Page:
A circulant matrix is a square matrix in which each row is a rotation of the previous row. This post will illustrate a connection between circulant matrices and the FFT (Fast Fourier Transform).
Color in the first row however you want. Then move the last element to the front to make the next row. Repeat this process until the matrix is full.
The NumPy function
roll will do this rotation for us. Its first argument is the row to rotate, and the second argument is the number of rotations to do. So the following Python code generates a random circulant matrix of size N.
import numpy as np np.random.seed(20230512) N = 5 row = np.random.random(N) M = np.array([np.roll(row, i) for i in range(N)])
Here’s the matrix M with entries truncated to 3 decimal places to make it easier to read.
[[0.556 0.440 0.083 0.460 0.909] [0.909 0.556 0.440 0.083 0.460] [0.460 0.909 0.556 0.440 0.083] [0.083 0.460 0.909 0.556 0.440] [0.440 0.083 0.460 0.909 0.556]]
Fast Fourier Transform
The Fast Fourier Transform is a linear transformation and so it can be represented by a matrix . This the N by N matrix whose (j, k) entry is ωjk where ω = exp(-2πi/N), with j and k running from 0 to N – 1.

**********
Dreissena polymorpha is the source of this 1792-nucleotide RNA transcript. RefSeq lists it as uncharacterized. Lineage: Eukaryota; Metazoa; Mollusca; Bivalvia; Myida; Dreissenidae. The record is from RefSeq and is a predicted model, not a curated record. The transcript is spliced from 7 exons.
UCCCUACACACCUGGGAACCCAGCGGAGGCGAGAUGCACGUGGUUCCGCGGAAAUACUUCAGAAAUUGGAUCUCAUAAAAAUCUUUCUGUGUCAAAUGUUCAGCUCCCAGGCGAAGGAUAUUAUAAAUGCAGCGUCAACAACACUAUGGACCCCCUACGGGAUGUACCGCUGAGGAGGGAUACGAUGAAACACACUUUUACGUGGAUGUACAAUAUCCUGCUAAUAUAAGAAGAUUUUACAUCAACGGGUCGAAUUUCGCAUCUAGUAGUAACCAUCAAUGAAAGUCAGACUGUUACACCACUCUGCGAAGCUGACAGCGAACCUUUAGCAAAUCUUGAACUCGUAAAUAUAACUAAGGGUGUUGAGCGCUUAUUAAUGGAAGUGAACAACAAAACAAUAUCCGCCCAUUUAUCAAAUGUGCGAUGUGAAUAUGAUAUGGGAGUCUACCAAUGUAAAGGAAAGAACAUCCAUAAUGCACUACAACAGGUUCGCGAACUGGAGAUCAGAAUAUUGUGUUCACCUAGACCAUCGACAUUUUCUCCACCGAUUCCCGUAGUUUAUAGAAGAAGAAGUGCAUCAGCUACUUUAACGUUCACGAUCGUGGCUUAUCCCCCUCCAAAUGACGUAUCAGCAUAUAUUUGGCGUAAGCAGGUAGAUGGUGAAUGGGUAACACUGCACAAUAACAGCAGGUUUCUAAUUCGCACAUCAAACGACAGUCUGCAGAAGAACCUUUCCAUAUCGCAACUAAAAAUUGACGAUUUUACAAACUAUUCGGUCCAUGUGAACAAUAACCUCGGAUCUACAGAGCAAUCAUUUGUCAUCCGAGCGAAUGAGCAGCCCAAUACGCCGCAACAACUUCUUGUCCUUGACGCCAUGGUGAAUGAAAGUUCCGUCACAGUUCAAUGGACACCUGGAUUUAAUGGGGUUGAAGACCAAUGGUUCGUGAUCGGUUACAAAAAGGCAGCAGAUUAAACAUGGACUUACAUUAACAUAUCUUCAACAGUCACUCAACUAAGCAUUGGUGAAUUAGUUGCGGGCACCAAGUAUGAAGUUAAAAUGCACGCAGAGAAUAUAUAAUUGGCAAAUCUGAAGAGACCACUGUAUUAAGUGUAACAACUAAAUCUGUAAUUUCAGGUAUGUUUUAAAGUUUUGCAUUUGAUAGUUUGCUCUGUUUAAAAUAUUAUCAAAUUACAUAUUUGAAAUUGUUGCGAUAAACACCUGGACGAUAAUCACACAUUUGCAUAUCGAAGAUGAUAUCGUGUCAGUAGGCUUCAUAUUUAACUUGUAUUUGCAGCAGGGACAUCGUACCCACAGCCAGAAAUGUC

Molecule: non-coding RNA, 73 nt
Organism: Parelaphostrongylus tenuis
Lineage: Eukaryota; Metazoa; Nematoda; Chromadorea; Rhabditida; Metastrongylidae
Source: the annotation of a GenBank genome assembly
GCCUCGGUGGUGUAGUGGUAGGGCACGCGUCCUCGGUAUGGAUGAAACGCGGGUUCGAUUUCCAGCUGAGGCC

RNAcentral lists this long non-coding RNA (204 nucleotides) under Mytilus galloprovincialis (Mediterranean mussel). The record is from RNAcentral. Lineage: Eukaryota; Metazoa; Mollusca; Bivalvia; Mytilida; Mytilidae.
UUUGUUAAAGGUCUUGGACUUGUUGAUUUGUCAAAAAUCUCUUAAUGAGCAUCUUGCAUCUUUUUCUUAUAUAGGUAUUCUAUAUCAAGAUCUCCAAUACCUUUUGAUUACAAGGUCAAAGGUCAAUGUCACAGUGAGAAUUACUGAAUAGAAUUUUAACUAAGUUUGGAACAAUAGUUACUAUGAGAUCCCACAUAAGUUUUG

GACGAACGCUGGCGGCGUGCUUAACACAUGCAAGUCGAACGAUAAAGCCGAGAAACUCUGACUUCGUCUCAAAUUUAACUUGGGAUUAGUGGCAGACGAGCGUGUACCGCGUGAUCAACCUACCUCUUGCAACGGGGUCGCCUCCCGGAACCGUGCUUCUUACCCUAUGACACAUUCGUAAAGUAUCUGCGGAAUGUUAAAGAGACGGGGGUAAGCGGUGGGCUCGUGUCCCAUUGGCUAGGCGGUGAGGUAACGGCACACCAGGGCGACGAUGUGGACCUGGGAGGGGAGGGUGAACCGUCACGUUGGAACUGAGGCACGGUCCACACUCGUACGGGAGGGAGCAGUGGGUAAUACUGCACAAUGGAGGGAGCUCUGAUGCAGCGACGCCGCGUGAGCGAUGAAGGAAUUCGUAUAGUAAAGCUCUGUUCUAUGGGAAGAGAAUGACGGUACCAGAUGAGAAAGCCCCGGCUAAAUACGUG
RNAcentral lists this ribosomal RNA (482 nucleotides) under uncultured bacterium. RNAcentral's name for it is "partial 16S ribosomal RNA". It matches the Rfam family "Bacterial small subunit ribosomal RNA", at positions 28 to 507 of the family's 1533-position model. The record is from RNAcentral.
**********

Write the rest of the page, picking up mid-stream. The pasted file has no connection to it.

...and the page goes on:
Each element of the FFT matrix corresponds to a rotation, so you could visualize the matrix using clocks in each entry or by a cycle of colors. A few years ago I created a visualization using both clock faces and colors:
Eigenvectors and Python code
Here’s a surprising property of circulant matrices: the eigenvectors of a circulant matrix depend only on the size of the matrix, not on the elements of the matrix. Furthermore, these eigenvectors are the columns of the FFT matrix. The eigenvalues depend on the matrix entries, but the eigenvectors do not.
Said another way, when you multiply a circulant matrix by a column of the FFT matrix of the same size, this column will be stretched but not rotated. The amount of stretching depends on the particular circulant matrix.
Here is Python code to illustrate this.
for i in range(N): ω = np.exp(-2j*np.pi/N) col1 = np.array([ω**(i*j) for j in range(N)]) col2 = np.matmul(M, col1) print(col1/col2)
In this code
col1 is a column of the FFT matrix, and
col2 is the image of the column when multiplied by the circulant matrix
M. The print statement shows that the ratios of each elements are the same in each position. This ratio is the eigenvalue associated with each eigenvector. If you were to generate a new random circulant matrix, the ratios would change, but the input and output vectors would still be proportional.
 Technically this is the discrete Fourier transform (DFT). The FFT is an algorithm for computing the DFT. Because the DFT is always computed using the FFT, the transformation itself is usually referred to as the FFT.
 Conventions vary, so you may see the FFT matrix written differently.